Living on $29/week
I thought about becoming a food taster once, but decided not to because I didn’t want to have too much on my plate. ? Most wage earners get paid either once or twice a month, but we generally have to eat food everyday. This means learning how to budget our grocery bill is an important skill to have. For some people maybe $200 a month for food is enough, but for others it might be $400 or more. Having a personalized budget that is reasonable will teach us about self control, rationing, meal planning, and will probably even save us money. 🙂 If we fail to watch our spending and plan ahead then we may run out of money before our next paycheque and find ourselves in times of scarcity. ?
Earlier this week I started a food stamp challenge inspired by a famous celebrity. The idea is to spend no more than $29 on a whole week’s worth of food. I’m about half way through the challenge so I thought I’d give a quick update on how things are going. You can see the previous post for the full list of ingredients and detailed breakdown.
So far I’ve gone through most of the vegetables, but I’ve only eaten 5 of the 14 turkey drumsticks. I’ve been making a lot of salads, sandwiches, and roasts. Overall I’m roughly half way through my food basket. Tomorrow I’ll make a quick stew out of some potatoes, radish, and fish. I have 2 squashes remaining which I’ll probably stuff and bake. I have some left-over tomatoes and green peppers which I’m going to use up tonight lest they spoil. Below are some examples of simple dishes I’ve made so far.
As mentioned in the previous post I’m only using salt and pepper for seasoning. I first thought this may become boring and repetitive after awhile, but so far the whole foods like tomatoes and bell peppers have quite a lot of natural flavor themselves, especially when cooked, and the salt actually helps to bring out their taste. Since I only eat two meals a day, plus snacks, I don’t have to cook very often. I think eating fewer meals is helping me with this challenge by eating less than other people would.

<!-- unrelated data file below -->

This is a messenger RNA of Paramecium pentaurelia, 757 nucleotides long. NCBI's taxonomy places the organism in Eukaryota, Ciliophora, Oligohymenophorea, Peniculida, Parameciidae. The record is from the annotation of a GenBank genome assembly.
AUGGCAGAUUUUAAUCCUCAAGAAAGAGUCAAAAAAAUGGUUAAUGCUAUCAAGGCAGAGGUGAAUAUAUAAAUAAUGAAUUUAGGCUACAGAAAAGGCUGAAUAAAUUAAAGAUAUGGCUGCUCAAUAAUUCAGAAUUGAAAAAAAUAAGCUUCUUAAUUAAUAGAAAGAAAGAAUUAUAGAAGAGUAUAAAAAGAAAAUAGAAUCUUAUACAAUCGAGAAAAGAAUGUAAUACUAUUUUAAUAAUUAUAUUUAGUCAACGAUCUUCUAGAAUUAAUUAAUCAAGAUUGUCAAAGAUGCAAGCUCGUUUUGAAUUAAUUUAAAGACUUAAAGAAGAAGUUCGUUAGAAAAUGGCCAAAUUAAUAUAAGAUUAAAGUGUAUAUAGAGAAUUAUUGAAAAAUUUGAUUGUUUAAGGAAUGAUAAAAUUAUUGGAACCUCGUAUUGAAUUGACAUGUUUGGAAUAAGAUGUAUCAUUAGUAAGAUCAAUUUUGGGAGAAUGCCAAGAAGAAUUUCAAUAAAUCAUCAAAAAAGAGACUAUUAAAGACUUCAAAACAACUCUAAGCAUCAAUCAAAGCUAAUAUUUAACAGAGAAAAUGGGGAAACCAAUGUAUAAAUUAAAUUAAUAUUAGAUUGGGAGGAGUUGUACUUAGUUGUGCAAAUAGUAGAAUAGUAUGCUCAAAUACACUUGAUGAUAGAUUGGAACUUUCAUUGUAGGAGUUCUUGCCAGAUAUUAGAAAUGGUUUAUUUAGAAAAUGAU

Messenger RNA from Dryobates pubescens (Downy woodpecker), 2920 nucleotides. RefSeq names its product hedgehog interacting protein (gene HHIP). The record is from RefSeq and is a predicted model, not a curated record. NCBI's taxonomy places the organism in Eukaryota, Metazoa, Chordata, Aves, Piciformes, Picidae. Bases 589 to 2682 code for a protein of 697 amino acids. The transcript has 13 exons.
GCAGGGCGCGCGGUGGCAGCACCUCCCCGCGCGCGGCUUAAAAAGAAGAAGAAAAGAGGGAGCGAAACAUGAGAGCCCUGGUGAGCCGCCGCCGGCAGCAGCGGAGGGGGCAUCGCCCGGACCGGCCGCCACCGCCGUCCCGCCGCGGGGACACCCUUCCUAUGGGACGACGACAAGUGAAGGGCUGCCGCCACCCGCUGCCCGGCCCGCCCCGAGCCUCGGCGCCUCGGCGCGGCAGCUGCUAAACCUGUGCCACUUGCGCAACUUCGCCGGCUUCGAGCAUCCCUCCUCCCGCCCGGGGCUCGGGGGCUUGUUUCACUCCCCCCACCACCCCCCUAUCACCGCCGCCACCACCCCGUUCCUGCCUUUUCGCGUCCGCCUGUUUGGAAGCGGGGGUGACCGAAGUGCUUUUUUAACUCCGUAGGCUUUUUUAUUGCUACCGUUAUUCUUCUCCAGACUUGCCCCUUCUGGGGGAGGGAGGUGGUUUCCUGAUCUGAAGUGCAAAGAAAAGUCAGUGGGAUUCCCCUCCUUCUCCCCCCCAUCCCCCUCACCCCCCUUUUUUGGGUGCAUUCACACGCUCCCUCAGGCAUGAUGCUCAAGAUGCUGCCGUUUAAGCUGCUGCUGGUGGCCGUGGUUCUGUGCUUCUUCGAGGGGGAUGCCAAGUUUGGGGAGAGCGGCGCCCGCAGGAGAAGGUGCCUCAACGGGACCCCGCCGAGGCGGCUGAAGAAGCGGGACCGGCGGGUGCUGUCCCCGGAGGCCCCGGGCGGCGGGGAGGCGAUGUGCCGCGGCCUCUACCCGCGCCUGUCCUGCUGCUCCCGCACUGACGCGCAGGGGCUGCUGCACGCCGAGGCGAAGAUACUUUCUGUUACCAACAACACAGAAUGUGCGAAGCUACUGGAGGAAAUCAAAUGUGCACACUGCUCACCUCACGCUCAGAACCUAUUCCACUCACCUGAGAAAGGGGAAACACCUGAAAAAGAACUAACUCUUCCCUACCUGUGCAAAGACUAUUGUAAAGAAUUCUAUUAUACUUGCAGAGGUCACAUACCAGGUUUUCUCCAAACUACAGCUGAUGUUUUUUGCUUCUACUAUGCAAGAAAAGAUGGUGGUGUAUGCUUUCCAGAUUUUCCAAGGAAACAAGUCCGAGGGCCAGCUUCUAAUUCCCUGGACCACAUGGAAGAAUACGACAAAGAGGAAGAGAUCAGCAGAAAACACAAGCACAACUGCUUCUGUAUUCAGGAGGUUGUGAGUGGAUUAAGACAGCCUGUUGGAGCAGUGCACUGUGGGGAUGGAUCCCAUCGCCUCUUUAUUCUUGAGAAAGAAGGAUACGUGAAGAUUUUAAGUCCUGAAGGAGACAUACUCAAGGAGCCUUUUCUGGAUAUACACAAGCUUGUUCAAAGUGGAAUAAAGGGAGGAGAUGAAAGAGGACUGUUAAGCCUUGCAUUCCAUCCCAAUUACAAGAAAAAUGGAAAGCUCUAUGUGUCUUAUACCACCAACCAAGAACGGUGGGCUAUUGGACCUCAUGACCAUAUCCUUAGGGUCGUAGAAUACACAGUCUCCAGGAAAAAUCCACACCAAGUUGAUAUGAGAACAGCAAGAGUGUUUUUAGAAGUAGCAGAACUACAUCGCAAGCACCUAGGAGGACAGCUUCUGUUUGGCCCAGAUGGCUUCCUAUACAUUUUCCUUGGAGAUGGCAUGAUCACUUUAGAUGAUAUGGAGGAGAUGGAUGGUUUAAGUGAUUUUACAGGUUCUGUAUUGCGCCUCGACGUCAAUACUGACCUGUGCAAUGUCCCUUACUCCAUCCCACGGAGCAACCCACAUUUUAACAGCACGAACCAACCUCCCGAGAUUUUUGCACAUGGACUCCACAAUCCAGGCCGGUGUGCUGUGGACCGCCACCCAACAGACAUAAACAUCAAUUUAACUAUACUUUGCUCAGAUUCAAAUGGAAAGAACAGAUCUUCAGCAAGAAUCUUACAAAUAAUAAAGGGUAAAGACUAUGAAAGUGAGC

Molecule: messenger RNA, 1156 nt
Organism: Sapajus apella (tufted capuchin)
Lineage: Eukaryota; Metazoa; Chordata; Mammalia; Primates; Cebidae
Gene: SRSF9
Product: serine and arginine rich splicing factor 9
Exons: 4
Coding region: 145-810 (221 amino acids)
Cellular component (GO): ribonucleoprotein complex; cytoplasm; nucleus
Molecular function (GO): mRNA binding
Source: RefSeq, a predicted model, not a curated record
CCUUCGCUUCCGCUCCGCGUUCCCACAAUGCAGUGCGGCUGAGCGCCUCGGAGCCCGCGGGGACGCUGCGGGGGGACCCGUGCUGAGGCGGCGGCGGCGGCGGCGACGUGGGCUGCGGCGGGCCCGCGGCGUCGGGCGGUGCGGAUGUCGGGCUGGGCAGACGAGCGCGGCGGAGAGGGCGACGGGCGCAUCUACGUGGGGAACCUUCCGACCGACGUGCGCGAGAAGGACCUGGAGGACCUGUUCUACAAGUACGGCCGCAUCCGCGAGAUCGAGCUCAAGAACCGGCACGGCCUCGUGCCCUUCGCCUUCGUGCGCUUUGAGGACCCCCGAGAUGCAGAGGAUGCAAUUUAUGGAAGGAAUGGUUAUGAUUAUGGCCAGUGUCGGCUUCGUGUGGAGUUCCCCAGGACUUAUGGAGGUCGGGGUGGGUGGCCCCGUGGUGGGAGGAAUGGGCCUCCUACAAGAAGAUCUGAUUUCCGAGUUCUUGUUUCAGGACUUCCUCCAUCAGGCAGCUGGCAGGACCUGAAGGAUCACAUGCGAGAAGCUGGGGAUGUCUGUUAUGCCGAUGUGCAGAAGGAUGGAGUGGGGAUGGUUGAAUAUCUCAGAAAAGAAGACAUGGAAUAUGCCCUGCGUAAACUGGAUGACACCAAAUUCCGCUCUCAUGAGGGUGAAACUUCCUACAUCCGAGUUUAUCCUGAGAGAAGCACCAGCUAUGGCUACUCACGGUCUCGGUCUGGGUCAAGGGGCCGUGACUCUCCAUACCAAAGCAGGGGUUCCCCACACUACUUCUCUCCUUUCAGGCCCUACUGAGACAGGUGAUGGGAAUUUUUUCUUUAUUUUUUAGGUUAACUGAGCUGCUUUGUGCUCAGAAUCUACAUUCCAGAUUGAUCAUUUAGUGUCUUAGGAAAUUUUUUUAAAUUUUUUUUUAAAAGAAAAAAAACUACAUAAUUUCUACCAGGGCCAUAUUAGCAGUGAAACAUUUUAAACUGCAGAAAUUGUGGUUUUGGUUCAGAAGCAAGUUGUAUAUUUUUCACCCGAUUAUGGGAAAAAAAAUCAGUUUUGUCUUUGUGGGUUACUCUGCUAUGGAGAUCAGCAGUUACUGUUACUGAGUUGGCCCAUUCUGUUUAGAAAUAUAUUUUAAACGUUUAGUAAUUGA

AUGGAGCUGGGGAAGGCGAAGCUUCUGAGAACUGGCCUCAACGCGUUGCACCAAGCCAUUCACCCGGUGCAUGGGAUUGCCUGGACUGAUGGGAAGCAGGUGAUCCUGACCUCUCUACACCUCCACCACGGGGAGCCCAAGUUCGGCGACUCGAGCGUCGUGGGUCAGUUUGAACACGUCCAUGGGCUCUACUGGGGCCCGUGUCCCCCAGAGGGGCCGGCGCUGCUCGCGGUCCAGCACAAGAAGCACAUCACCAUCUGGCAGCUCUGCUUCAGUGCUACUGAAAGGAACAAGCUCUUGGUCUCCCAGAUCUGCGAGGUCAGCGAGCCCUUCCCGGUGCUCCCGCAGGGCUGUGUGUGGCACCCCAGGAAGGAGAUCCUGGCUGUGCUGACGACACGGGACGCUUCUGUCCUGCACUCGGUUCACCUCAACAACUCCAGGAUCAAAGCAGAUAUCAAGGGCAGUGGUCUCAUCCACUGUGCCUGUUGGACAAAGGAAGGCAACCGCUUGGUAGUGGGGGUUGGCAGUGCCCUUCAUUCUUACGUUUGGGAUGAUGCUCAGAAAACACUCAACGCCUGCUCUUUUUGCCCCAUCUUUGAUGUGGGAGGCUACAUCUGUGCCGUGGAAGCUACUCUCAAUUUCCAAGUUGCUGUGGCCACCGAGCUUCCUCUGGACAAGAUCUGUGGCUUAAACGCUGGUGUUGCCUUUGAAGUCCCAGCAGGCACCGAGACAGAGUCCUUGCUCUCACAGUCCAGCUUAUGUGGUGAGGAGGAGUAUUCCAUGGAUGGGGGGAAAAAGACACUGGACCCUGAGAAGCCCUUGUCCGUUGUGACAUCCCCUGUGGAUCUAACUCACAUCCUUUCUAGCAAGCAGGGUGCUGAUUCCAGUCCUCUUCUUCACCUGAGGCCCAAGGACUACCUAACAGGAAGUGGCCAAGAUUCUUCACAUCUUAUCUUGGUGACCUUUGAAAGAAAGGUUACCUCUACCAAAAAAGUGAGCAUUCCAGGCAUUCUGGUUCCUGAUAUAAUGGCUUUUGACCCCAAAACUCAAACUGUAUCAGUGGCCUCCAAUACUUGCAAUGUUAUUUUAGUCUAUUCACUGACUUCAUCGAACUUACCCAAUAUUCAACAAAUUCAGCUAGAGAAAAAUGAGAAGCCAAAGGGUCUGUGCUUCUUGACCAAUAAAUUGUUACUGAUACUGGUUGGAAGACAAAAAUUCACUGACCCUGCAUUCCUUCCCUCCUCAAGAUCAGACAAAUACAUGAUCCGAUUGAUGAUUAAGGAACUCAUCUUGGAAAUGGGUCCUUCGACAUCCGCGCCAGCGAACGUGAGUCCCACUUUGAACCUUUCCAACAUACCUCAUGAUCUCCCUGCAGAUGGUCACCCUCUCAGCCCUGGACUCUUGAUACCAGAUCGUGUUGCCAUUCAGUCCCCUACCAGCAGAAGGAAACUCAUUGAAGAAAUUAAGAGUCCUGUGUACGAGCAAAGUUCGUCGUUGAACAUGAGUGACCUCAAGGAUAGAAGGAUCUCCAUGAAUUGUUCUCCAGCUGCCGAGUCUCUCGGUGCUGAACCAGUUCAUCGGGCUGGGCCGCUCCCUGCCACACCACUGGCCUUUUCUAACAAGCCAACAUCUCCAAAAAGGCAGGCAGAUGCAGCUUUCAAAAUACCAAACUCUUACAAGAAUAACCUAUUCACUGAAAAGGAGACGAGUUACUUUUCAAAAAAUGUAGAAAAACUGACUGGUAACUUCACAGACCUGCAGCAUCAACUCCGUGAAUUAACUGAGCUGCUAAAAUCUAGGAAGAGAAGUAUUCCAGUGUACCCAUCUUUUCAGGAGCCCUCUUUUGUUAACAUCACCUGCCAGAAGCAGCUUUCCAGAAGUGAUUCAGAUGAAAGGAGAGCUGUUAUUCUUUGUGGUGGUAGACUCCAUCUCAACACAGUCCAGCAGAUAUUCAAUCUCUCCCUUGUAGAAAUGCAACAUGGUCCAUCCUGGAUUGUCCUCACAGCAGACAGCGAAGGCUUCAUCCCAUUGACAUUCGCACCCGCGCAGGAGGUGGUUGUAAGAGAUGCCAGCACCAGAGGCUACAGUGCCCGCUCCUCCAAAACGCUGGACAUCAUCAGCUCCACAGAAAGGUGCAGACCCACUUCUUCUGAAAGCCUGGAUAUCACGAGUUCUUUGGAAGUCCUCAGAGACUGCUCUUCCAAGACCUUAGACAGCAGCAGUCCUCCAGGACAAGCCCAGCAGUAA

Here are some nutritional information about the entire basket of food that I purchased for less than $29.
- The french bread is a great source of carbohydrate which our bodies can turn into energy. 🙂
- Cucumbers help with hydration and contain valuable antioxidants and anti-inflammatory properties. (source)
- Like many other fish, mackerel are said to help prevent cardiovascular disease and they’re a rich source of vitamin D, B vitamins, and omega-3 fatty acids..
- Tomatoes have vitamin C, K, and E, as well as healthy minerals like copper, manganese, and phosphorus.
- Radishes help regulate the absorption of sugars into the bloodstream, and are good detoxifiers of the body. (source)
- Turkey contains selenium, zinc, and of course a lot of protein. Is 11.3 lb of drumsticks too much protein? I say no whey! ?
- Green peppers and remaining vegetables in my basket have a lot of vitamin A, C, B2, B6, potassium, molybdenum, and dietary fiber which is good for digestion.
- Cheese flavored crackers are pretty much empty calories. I bought it as a snack for when I get tired of eating the other foods.
I’m not tired of eating the foods in my basket yet. But I have noticed that I’m being more resourceful with my ingredients than usual. For example I’m reclycling the turkey bones to make soup stock. The hardest part of the challenge so far has been not participating when my co-worker brought in a box of Tim Hortons donuts to share with everyone. There are 3 and half more days to go. I think I can make it. A final update will be posted next week. 🙂
Random Useless Fact:
There’s a place called Porters Lake in Nova Scotia. For a tourist visiting this Canadian town, asking for directions could pose some problems due to its confusing street names. ?